Electronic Theses and Dissertations

Identifier

2613

Date

2016

Date of Award

4-19-2016

Document Type

Dissertation

Degree Name

Doctor of Philosophy

Major

Music

Concentration

Music Education

Committee Chair

Ryan A. Fisher

Committee Member

Reginald L. Green

Committee Member

Armand V. Hall

Committee Member

Kenneth R. Kreitner

Abstract

With the intent of improving the instructional practice of improvisation in the elementary general music classroom, the purpose of this research was to examine the effects of instructional strategies and music aptitude on the rhythmic improvisation of second-grade general music students. The research questions were: 1) Does whole group or small group instruction effect the rhythmic improvisation performance of second-grade general music students? and 2) Does music aptitude as measured by the Intermediate Measures of Music Audiation (IMMA) effect the rhythmic improvisation performance of second-grade general music students? The research design involved two instructional settings consisting of an experimental and a control group. All of the participants (n = 93) were administered theIMMA and an improvisation pre-test. Students in both groups received four improvisation music lessons. The experimental treatment involved the use of improvisation lessons through small group instruction with four to six students per small group. The treatment period lasted six music class sessions. At the end of the treatment, all improvised responses were assessed to measure their improvisation performances using the Rhythmic Improvisation Performance Assessment (RIPA). The researcher designed the RIPA to score the second-grade rhythmic improvisation performances. The independent variables were the instructional strategies (whole group/small-group instruction) used in the music lessons and the IMMA grouping (high/low). The dependent variable was the composite rhythmic improvisation performance assessment score. Two separate mixed ANOVA were conducted. Results revealed a main effect for the pre-test/posttest , F(1, 82) = 39.01; p < .001, indicating participants significantly improved on improvisation from the pre-test to the posttest. A statistically significant interaction between whole group/small group instruction showed more improvement for the whole group between pre-test and posttest than those in small group instruction. Results also revealed no main effect for music aptitude.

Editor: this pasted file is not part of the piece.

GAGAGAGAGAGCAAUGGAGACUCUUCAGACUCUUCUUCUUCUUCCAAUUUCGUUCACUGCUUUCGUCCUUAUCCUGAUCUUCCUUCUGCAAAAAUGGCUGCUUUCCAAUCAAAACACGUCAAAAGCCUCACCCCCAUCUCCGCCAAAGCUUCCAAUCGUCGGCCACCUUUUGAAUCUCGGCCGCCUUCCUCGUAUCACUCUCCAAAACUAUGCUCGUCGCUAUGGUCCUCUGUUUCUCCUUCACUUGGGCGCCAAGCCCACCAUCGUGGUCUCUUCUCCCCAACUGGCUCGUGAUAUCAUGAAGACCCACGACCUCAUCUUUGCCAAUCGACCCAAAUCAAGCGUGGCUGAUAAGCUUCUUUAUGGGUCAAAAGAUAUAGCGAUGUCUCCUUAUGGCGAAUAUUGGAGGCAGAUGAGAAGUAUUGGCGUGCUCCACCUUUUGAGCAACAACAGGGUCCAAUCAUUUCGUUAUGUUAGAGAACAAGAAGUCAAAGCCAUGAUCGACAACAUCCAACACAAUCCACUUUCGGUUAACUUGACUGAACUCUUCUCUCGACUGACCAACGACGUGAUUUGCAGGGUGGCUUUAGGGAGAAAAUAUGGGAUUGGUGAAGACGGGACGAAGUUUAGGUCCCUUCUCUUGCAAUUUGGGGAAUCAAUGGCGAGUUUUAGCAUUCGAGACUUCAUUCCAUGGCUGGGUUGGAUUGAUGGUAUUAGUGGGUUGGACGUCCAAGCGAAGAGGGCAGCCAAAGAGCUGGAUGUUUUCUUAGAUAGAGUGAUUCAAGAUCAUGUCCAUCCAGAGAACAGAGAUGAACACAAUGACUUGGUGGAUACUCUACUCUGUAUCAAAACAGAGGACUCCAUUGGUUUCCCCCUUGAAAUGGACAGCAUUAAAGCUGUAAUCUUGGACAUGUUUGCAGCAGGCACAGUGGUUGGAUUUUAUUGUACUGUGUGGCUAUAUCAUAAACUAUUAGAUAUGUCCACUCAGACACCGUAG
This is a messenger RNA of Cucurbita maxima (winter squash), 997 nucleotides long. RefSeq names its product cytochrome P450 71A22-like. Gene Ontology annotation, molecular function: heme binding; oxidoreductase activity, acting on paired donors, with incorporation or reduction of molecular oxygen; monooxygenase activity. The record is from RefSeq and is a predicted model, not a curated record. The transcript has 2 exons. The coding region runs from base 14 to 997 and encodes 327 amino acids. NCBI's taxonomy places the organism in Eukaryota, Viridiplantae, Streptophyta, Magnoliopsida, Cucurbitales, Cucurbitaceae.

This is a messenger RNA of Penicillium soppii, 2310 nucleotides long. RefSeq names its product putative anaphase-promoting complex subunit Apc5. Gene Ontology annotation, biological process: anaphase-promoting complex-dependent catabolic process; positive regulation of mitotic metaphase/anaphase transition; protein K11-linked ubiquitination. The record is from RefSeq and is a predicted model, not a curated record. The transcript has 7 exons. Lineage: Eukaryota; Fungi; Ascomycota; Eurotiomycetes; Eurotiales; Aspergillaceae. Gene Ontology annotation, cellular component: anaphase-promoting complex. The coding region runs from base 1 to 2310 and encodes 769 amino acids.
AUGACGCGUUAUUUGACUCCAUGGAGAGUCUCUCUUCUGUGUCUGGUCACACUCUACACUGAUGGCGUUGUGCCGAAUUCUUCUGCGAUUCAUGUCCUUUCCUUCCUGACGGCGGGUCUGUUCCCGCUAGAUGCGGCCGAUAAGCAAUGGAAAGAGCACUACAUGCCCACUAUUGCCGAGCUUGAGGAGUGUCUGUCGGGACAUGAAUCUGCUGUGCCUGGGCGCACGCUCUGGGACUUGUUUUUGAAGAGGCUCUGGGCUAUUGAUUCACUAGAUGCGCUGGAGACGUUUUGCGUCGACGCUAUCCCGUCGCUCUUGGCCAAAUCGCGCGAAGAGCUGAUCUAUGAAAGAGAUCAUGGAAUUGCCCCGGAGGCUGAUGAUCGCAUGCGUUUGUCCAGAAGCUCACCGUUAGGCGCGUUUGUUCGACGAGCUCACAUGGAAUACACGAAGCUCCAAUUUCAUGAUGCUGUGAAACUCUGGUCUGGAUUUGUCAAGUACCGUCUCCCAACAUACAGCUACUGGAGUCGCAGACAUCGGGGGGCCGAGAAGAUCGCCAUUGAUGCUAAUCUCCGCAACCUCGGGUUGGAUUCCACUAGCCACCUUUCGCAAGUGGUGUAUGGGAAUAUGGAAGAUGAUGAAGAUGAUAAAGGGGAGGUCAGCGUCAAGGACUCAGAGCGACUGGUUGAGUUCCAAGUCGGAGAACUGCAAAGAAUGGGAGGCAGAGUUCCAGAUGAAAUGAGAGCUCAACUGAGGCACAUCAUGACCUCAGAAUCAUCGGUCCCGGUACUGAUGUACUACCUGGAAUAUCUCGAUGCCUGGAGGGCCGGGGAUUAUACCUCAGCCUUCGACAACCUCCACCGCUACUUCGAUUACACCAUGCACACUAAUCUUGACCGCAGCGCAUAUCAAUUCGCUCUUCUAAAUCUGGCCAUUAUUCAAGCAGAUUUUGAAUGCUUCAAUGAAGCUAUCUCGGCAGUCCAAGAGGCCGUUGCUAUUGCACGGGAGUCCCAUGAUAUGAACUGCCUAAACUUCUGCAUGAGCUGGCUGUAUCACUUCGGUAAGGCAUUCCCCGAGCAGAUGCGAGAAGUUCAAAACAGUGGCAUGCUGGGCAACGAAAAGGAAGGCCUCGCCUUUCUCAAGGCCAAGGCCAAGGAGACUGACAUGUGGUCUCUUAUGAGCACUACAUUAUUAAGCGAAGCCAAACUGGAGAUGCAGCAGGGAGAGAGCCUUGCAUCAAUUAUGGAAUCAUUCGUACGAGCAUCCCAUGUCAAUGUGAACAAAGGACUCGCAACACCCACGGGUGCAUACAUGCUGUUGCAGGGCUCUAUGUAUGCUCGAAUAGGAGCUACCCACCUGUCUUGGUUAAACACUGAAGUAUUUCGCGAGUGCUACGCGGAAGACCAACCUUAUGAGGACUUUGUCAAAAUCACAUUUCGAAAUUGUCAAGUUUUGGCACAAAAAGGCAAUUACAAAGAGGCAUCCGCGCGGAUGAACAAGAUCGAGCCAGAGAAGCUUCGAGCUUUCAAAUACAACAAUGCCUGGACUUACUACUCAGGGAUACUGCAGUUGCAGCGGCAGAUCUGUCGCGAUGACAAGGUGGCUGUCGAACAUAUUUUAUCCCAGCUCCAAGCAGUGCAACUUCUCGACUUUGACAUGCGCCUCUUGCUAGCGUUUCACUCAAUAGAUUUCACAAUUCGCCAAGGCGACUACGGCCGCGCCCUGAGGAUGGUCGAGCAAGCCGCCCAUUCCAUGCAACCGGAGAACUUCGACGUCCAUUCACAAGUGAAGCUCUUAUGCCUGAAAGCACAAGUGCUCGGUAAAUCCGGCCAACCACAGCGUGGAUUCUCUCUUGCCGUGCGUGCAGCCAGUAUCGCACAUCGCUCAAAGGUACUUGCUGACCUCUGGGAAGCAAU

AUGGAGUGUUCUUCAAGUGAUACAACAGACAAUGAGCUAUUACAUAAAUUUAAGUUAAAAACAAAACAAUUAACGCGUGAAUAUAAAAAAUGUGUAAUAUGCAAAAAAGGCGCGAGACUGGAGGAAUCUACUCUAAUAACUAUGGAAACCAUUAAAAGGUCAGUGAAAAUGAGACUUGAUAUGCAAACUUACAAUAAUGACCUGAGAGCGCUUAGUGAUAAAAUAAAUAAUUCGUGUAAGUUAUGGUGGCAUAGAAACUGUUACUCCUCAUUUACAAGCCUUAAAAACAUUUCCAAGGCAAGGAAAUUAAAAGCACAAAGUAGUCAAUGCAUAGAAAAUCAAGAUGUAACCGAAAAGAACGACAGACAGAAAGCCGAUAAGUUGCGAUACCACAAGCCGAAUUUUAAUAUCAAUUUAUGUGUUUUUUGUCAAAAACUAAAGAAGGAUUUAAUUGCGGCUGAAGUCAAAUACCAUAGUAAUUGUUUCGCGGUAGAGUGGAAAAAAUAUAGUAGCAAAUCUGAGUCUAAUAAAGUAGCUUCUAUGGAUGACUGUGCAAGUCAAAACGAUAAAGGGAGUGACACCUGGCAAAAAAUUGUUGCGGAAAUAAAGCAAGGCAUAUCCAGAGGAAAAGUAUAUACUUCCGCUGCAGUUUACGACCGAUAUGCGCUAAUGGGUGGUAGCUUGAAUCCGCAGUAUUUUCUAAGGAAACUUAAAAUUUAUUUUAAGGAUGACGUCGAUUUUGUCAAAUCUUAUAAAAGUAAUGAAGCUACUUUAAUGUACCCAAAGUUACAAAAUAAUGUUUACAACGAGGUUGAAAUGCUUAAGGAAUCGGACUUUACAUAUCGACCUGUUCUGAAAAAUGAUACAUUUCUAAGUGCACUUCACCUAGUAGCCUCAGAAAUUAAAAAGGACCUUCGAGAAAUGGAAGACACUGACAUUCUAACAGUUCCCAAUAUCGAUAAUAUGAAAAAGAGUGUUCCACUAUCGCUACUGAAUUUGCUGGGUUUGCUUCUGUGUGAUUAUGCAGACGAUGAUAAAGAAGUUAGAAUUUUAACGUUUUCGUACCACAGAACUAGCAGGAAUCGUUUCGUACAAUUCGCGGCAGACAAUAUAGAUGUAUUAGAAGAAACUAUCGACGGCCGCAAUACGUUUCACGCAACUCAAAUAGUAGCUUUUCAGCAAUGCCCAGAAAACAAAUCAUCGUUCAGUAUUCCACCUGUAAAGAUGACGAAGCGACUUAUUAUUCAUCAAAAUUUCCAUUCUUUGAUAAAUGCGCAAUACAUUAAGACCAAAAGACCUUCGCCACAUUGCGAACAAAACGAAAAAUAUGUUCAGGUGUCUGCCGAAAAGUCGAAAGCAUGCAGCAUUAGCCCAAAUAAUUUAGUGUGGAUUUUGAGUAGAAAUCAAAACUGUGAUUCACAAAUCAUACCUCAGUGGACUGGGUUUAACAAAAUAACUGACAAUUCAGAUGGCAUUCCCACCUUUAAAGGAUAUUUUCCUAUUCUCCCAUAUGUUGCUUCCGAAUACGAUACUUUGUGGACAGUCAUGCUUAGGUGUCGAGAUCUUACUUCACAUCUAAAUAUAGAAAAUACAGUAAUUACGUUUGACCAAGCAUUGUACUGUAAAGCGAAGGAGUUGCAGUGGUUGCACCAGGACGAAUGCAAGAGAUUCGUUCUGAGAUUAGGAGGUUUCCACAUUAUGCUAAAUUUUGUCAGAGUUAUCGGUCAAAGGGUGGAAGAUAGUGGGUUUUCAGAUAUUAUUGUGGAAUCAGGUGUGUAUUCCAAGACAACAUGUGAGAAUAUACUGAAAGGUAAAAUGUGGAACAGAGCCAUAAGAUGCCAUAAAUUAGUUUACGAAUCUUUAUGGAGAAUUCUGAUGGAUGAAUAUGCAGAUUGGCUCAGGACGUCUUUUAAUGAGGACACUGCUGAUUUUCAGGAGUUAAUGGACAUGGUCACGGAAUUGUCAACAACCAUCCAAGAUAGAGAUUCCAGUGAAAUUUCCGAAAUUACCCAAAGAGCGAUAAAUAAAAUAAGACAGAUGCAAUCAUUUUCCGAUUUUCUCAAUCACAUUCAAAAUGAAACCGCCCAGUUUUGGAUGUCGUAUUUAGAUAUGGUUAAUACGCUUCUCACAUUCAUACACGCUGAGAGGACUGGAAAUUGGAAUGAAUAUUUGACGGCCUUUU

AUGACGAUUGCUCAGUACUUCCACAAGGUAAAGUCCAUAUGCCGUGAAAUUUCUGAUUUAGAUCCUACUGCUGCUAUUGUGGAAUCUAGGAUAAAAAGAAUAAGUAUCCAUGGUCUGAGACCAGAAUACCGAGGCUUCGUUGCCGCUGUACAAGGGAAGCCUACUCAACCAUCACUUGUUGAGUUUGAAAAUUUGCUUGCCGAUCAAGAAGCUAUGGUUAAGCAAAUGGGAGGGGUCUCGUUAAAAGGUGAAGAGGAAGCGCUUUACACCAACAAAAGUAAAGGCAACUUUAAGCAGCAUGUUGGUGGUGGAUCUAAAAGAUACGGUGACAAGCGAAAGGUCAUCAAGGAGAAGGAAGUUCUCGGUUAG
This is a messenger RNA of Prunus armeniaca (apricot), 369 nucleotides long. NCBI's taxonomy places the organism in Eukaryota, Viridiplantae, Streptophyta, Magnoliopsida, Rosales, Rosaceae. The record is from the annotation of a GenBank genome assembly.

Comments

Data is provided by the student.

Library Comment

dissertation or thesis originally submitted to the local University of Memphis Electronic Theses & dissertation (ETD) Repository.

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